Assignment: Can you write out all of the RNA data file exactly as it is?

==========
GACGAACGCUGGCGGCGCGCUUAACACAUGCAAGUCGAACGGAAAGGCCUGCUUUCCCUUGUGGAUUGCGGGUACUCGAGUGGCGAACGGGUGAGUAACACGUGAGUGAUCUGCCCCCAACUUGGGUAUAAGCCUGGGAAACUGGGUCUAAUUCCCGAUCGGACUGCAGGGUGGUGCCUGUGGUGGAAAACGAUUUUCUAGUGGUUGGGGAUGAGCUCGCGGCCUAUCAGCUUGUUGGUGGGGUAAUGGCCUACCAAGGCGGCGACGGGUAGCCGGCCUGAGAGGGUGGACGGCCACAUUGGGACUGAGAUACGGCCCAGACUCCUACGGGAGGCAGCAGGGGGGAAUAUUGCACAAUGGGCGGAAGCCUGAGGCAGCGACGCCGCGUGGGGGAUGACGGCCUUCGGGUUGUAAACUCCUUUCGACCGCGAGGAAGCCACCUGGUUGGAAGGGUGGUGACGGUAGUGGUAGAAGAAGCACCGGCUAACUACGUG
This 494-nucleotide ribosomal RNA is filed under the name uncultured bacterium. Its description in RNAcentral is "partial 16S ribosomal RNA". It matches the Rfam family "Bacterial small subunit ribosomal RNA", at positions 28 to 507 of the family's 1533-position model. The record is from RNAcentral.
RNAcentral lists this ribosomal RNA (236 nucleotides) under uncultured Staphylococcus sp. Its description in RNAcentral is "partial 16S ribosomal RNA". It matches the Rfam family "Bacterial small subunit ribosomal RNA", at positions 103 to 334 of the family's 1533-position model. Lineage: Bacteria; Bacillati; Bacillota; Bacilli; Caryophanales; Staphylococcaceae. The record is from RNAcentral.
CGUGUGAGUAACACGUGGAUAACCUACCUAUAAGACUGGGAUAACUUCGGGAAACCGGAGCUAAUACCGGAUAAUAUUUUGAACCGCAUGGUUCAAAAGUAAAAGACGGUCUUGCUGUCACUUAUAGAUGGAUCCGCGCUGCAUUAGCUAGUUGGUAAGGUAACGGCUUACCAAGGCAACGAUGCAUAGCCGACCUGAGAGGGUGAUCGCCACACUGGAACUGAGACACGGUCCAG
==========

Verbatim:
GACGAACGCUGGCGGCGCGCUUAACACAUGCAAGUCGAACGGAAAGGCCUGCUUUCCCUUGUGGAUUGCGGGUACUCGAGUGGCGAACGGGUGAGUAACACGUGAGUGAUCUGCCCCCAACUUGGGUAUAAGCCUGGGAAACUGGGUCUAAUUCCCGAUCGGACUGCAGGGUGGUGCCUGUGGUGGAAAACGAUUUUCUAGUGGUUGGGGAUGAGCUCGCGGCCUAUCAGCUUGUUGGUGGGGUAAUGGCCUACCAAGGCGGCGACGGGUAGCCGGCCUGAGAGGGUGGACGGCCACAUUGGGACUGAGAUACGGCCCAGACUCCUACGGGAGGCAGCAGGGGGGAAUAUUGCACAAUGGGCGGAAGCCUGAGGCAGCGACGCCGCGUGGGGGAUGACGGCCUUCGGGUUGUAAACUCCUUUCGACCGCGAGGAAGCCACCUGGUUGGAAGGGUGGUGACGGUAGUGGUAGAAGAAGCACCGGCUAACUACGUG
This 494-nucleotide ribosomal RNA is filed under the name uncultured bacterium. Its description in RNAcentral is "partial 16S ribosomal RNA". It matches the Rfam family "Bacterial small subunit ribosomal RNA", at positions 28 to 507 of the family's 1533-position model. The record is from RNAcentral.
RNAcentral lists this ribosomal RNA (236 nucleotides) under uncultured Staphylococcus sp. Its description in RNAcentral is "partial 16S ribosomal RNA". It matches the Rfam family "Bacterial small subunit ribosomal RNA", at positions 103 to 334 of the family's 1533-position model. Lineage: Bacteria; Bacillati; Bacillota; Bacilli; Caryophanales; Staphylococcaceae. The record is from RNAcentral.
CGUGUGAGUAACACGUGGAUAACCUACCUAUAAGACUGGGAUAACUUCGGGAAACCGGAGCUAAUACCGGAUAAUAUUUUGAACCGCAUGGUUCAAAAGUAAAAGACGGUCUUGCUGUCACUUAUAGAUGGAUCCGCGCUGCAUUAGCUAGUUGGUAAGGUAACGGCUUACCAAGGCAACGAUGCAUAGCCGACCUGAGAGGGUGAUCGCCACACUGGAACUGAGACACGGUCCAG